The Open University since 2006
Alternatively you can skip the navigation by pressing 'Enter'.
Thinking Allowed 2016: A special programme on Pierre BourdieuMonday, 27th June 2016 00:15 - BBC Radio 4This special episode of Thinking Allowed explores the ideas of French socialist Pierre Bourdieu. Read more: Thinking Allowed 2016: A special programme on Pierre Bourdieu
Genius of the Modern World: NietzscheAvailable until Friday, 29th July 2016 00:00Bettany Hughes takes us on an exploration of Friedrich Nietzsche's life and works. Read more: Genius of the Modern World: Nietzsche
The Big C & Me: Episode 2Available until Sunday, 24th July 2016 02:05
The Big C & Me: Episode 3Available until Friday, 22nd July 2016 23:55
Thinking Allowed 2016: A special programme on Pierre BourdieuAvailable for over a year
The UK votes out; the EU shrinks; the world reactsReaction from academics around the planet as UK voters elect to leave the E Read more: The UK votes out; the EU shrinks; the world reacts
Genius of the Modern WorldIn this three-part OU/BBC co-production for BBC Four, Bettany Hughes explores the life and works... Watch now: Genius of the Modern World
Grammar mattersGrammar matters because, combined with vocabulary choice, it is our main way of making meaning.... Try: Grammar matters now
Forensic psychologyIn this free course, Forensic psychology, you will discover how psychology can help obtain... Try: Forensic psychology now
Models are mechanisms for communication. This free course, Models and modelling, looks at what a model is and what the process of modelling is about. The techniques discussed here are applicable to a wide range of systems and have one thing in common: they are all commonly used diagramming techniques. The five techniques are: data flow diagrams, use case modelling, activity diagrams, entityrelationship diagrams and state machines.
After studying this course, you should be able to:
- explain why modelling plays a key role in eliciting requirements
- identify the different kinds of model used in eliciting requirements
- explain the need for modelling languages
- interpret a data flow diagram describing a simple process
- interpret a use case diagram describing a system's response to a business event.
- Current section: Introduction
- Learning outcomes
- 1 Models and modelling
- 2 Models
- 3 Modelling languages
- 4 Data flow diagrams
- 5 Four other diagramming techniques
- 6 Use cases and actvity diagrams
- 6.1 Use case modelling
- 6.2 Actors
- 6.3 Describing use cases
- 6.4 Scenarios
- 6.5 More about actors
- 6.6 Modelling the relationships between use cases
- 6.7 Stereotypes
- 6.8 Sharing behaviour between use cases
- 6.9 Alternatives to the main success scenario
- 6.10 To extend or include?
- 6.11 Issues with use cases
- 6.12 Self-assessment questions
- 6.13 Exercises
- 7 Modelling users' routines
- 8 Entity–relationship data modelling
- 9 An introduction to state machines
- Keep on learning
Study this free course
Enrol to access the full course, get recognition for the skills you learn, track your progress and on completion gain a statement of participation to demonstrate your learning to others. Make your learning visible!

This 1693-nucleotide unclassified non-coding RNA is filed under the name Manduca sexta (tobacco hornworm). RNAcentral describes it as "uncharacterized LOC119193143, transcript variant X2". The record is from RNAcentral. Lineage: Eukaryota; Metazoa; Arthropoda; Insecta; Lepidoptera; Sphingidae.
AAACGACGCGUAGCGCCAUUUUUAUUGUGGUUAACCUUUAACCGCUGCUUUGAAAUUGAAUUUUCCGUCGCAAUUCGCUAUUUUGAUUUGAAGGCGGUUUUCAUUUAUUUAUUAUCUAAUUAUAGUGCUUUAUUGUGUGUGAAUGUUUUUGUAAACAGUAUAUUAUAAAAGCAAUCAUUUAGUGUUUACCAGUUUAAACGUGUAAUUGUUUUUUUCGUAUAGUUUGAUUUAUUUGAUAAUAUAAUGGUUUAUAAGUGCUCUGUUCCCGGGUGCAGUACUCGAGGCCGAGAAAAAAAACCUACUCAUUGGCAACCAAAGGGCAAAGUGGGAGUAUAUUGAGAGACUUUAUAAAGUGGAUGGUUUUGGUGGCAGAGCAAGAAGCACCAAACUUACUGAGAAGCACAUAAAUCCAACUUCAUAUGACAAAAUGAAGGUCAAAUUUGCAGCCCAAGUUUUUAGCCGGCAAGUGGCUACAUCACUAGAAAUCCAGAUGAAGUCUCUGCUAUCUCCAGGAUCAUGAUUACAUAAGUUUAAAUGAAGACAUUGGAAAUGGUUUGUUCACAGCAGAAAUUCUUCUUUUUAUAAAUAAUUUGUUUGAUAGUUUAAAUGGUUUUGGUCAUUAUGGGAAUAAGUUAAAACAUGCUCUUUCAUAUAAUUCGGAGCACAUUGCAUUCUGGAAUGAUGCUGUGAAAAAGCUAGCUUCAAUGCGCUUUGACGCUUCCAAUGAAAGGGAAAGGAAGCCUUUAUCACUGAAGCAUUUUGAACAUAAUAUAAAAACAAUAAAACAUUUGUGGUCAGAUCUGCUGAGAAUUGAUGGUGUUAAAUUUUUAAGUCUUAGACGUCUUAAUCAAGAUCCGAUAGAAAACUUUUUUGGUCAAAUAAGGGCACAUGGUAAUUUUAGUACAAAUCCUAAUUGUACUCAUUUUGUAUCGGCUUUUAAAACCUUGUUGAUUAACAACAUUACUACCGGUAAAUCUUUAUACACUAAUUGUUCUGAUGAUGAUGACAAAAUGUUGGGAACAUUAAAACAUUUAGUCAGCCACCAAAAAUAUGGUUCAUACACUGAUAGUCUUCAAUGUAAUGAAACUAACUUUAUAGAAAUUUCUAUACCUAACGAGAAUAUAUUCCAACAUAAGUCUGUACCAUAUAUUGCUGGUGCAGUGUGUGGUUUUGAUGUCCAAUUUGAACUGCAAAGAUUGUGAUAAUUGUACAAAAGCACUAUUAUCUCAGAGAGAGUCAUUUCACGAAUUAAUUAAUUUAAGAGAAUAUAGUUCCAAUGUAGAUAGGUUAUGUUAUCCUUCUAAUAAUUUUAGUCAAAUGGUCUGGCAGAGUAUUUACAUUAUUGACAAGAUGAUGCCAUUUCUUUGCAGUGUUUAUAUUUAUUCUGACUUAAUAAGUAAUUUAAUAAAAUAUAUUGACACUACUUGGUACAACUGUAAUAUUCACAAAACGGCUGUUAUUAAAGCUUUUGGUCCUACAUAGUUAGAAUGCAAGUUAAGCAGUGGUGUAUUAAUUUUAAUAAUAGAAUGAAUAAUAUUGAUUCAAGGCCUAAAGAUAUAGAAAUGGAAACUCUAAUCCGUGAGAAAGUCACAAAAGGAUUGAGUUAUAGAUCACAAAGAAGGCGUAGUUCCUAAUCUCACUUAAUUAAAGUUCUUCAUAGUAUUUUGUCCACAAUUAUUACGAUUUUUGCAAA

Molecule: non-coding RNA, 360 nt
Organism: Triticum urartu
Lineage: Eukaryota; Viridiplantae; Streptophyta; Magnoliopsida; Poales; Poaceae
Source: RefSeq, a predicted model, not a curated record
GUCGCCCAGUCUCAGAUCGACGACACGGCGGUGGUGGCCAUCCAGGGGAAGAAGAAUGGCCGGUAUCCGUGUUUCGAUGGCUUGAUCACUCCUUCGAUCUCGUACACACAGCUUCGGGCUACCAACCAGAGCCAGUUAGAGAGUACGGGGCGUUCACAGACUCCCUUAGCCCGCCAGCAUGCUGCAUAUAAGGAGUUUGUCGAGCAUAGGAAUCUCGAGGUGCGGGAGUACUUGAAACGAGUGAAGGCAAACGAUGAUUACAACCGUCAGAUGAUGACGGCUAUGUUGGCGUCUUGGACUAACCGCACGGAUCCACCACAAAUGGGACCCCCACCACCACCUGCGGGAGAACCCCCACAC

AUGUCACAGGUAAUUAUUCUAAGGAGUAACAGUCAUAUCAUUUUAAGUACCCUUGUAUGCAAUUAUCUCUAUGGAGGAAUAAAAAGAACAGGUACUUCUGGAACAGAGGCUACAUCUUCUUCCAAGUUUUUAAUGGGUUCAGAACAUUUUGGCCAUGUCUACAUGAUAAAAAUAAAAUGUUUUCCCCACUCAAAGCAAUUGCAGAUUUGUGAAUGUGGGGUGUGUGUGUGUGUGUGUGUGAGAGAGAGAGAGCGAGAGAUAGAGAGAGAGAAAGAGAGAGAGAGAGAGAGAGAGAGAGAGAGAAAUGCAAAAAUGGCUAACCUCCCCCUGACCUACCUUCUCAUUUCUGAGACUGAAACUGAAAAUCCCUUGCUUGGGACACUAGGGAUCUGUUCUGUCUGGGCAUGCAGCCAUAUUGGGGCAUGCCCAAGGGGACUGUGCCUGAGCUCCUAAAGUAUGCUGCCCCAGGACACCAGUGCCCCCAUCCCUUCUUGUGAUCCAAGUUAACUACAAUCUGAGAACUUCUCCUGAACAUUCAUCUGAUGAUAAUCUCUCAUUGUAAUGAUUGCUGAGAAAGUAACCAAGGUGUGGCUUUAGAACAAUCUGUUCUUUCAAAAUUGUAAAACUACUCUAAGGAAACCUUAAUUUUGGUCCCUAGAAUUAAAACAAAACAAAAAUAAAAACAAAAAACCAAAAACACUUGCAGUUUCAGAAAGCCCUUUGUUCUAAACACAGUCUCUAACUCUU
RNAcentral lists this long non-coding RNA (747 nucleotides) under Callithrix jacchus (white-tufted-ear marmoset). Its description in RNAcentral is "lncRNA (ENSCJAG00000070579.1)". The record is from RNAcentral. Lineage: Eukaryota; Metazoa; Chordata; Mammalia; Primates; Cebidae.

Models and modelling
Models are mechanisms for communication. This course looks at what a model is and what the process of modelling is about. The techniques discussed here are applicable to a wide range of systems and have one thing in common: they are all commonly used diagramming techniques. The five techniques are: data flow diagrams, use case modelling, activity diagrams, entity–relationship diagrams and state machines.
This OpenLearn course provides a sample of postgraduate study in.
This free course includes adapted extracts from an Open University course which is no longer available to new students. If you found this interesting you could explore more free Computing and ICT courses or view the range of currently available OU Computing and ICT courses.
Copyright & revisions
Originally published: Friday, 15th July 2011
Last updated on: Monday, 22nd February 2016
- Creative-Commons: The Open University is proud to release this free course under a Creative Commons licence. However, any third-party materials featured within it are used with permission and are not ours to give away. These materials are not subject to the Creative Commons licence. See terms and conditions. Full details can be found in the Acknowledgements and our FAQs section.
- This site has Copy Reuse Tracking enabled - see our FAQs for more information.
If you enjoyed this, why not follow a feed to find out when we have new things like it? Choose an RSS feed from the list below. (Don't know what to do with RSS feeds?)
Remember, you can also make your own, personal feed by combining tags from around OpenLearn.
All our alternative formats are free for you to download, for more information about the different formats we offer please see our FAQs. The most frequently used are Word (for accessibility), PDF (for print) and ePub and Kindle to download to eReaders*.
- Word (1.1 MB)
- PDF (2.1 MB)
- ePub 2.0 (808 KB)
- RSS (359 KB)
- HTML (1.2 MB)
- OUXML Package (43 KB)
- OUXML File (156 KB)
*Please note you will need an ePub and Mobi reader for these formats.